"It has been a wild and fun-filled trip; however, had I known how much fun retirement would be, I would have done it first! (Kind of like grandkids.) In 2001, I retired and moved from New Jersey to Illinois. My children are all adults and remain in New Jersey. My first wife, Eleanor, died in 1993 and I am remarried to Betsy. I now live between the Illinois River and the Mississippi River in Calhoun County, Illinois. The geology here is very interesting and I am just now getting back to my first love while still enjoying heavy equipment."
Jim Rowles (65, BS, chemistry) writes "After working as a chemical technician, a chemical engineer, a Scientology counselor, a radiation safety (health physics) officer and state inspector, a health physicist and then industrial hygienist at the Nevada Test Site and the Yucca Mountain Project, old Jim Rowles let semi-retirement set in. My wife June and I will leave Las Vegas, Nev., in two or so years for cooler and mountainous climes: Ruidoso, Cedar Crest, Cedar City (Utah), or north central Washington state."
Jim adds a personal note: "I have learned and gained from the School of Mines, and other venues. I had to learn that LIFE is a learn-it-as-you-go thing. Lots of luck on your journeys."
Tom Dolittle (72, BS, computer science) writes, "After spending 15 years with the County of Santa Barbara as the network and operations manager, I 'retired' and began a second career as the information systems manager for the City of Santa Barbara. I am responsible for all servers, desktops, applications, help desk and network for the paradise area of California known as Santa Barbara."
Tom adds, "Please drop by and visit. Let's reacquaint and enjoy life."
Tom's wife, Lorrie LeSage, is a marriage and family therapist. Son Chris, 30, is also in Santa Barbara.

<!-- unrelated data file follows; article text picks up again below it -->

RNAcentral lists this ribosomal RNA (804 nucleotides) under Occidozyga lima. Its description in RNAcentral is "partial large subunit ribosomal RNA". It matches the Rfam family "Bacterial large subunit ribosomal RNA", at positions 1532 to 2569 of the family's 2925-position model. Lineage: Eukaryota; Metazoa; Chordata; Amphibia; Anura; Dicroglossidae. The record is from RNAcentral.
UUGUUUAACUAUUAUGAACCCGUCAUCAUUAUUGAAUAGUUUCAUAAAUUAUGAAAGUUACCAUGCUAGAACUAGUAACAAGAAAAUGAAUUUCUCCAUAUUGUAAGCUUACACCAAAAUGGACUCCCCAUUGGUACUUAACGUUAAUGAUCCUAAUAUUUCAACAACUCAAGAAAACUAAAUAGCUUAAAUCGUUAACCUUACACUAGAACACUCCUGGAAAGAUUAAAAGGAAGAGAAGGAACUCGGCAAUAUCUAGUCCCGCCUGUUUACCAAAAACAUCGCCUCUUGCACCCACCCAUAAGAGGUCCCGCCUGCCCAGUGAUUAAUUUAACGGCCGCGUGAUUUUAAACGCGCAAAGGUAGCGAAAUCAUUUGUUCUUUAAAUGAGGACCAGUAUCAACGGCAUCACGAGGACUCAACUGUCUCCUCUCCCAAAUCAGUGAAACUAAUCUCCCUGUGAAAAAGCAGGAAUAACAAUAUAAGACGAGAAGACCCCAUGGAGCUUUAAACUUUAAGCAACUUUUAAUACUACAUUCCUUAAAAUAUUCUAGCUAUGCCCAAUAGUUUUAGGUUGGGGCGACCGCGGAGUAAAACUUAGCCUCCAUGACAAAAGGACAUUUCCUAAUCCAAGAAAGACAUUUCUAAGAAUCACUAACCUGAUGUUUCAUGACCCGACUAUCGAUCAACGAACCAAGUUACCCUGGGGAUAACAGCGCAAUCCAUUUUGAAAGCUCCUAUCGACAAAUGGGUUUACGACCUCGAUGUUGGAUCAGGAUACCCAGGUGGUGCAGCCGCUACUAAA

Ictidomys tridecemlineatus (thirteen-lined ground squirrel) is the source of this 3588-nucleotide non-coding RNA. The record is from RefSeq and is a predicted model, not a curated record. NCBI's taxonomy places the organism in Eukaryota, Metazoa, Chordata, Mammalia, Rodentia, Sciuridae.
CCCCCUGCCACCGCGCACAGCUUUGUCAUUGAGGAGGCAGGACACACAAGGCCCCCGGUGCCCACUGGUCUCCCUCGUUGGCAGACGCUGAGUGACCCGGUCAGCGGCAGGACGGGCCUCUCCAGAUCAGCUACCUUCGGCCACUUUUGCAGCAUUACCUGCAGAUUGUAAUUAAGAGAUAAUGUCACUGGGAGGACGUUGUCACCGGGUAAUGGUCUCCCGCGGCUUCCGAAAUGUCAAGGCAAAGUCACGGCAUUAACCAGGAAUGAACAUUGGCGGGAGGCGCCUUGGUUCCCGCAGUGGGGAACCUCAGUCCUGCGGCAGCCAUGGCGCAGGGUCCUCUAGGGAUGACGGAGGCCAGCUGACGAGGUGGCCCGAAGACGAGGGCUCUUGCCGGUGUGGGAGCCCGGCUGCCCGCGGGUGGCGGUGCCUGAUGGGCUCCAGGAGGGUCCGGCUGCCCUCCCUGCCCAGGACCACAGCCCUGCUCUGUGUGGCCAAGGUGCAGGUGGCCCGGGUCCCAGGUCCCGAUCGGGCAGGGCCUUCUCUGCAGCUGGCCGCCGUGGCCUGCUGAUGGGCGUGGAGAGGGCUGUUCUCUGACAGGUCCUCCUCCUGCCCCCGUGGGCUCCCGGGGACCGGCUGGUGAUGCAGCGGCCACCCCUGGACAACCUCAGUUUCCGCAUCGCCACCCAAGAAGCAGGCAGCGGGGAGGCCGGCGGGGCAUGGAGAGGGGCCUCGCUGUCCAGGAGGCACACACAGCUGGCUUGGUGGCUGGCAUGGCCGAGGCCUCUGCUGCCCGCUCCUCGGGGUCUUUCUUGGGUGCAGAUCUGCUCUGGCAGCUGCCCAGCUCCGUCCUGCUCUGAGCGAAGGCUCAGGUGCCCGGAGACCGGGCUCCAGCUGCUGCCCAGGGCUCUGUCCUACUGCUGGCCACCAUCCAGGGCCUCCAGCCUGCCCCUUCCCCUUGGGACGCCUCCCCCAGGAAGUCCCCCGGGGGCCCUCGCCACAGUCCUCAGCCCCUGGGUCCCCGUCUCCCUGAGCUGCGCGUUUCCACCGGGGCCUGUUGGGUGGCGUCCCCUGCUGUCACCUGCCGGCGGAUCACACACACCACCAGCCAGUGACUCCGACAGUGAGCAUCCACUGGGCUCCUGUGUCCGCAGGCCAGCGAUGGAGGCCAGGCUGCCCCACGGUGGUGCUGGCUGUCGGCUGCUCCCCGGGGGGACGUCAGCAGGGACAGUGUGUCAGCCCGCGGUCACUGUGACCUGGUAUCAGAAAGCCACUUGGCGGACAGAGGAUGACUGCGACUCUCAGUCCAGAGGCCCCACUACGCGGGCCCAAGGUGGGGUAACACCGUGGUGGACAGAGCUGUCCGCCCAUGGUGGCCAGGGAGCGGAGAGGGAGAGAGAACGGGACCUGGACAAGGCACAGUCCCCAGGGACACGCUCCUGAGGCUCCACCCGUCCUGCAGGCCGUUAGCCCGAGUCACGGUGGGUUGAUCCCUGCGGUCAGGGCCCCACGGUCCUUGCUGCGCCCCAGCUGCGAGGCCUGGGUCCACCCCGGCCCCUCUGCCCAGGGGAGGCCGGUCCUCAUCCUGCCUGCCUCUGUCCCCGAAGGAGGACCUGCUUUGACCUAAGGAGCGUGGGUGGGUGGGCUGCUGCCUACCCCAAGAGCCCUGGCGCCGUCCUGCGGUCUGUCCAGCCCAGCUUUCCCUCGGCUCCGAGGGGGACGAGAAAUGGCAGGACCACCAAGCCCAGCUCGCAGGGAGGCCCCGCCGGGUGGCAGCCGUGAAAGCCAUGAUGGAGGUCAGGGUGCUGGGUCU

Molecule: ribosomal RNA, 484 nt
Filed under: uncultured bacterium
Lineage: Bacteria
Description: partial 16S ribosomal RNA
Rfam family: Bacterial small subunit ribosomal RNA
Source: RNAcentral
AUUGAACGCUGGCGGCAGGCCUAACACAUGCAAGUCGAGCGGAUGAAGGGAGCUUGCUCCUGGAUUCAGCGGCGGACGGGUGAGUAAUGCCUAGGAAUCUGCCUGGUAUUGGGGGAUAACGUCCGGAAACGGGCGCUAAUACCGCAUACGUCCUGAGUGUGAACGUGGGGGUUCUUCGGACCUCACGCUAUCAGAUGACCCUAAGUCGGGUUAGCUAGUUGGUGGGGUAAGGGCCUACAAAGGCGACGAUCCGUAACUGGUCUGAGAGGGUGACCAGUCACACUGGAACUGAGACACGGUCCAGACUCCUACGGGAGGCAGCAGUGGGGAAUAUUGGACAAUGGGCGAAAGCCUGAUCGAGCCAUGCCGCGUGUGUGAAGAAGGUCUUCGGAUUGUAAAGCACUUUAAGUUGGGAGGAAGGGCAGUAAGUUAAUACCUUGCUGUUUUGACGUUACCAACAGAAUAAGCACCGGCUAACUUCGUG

Dr. John F. Alderete (73, BS, math; 74, BS, biology) was named this year's 2003 Distinguished Scientist Award by The Society for the Advancement of Chicanos and Native Americans in Science (SACNAS). The presentation take place at the SACNAS Annual Conference in Albuquerque in October. Dr. Alderete plans to dedicate his award to Dr. C. B. Moore, who was written up in the last issue of Gold Pan, and whom he regarded as an important role model during his college years.
Dr. Alderete is a professor of microbiology at the University of Texas Health Science Center at San Antonio.
Charles G. (Jerry) White (73, BS, biology) is working for the Visiting Nurse Association of Central New Jersey as an HIV social work case manager. He is also pursuing an advanced social work degree at Rutgers University. He has recently purchased 40 acres in Hildago County, New Mexico.
Dr. Jim Olsen, P.E. (75, BS, mining engr.) was named Honored Faculty Member by the University of Phoenix, New Mexico campus, at commencement exercises on June 7 in Albuquerque. Olsen teaches a variety of classes including statistics, research methods, project management, college algebra, economics, environmental science, and a variety of management courses. In addition, Olsen serves as an Area Chair for Quantitative Analysis and Research at the graduate level and previously as Area Chair for Mathematics at the undergraduate level.
Outside of his role at the University of Phoenix, Olsen oversees the management training programs for Wackenhut Services, Inc., where his organization has a contract with the Central Training Academy of the U.S. Department of Energy. His previous experience also includes working as a professional engineer in water and wastewater utility engineering and operations management as well as construction project management.
Luke Jones (84, BS, computer science) writes, "We recently moved from Fort Collins, Colorado, back to New Jersey, where I have entered Princeton Theological Seminary. In just three short years I expect to receive a master's degree in Divinity and, soon afterward, to be ordained a pastor in the Presbyterian Church. My wife Margo (BS-ME Stanford, MS-ME CMU) continues in her job as a stay-at-home mom. Iris, 4, will be in pre-school two days a week, and Neil, 6, enters first grade. We'd love to hear from Tech friends."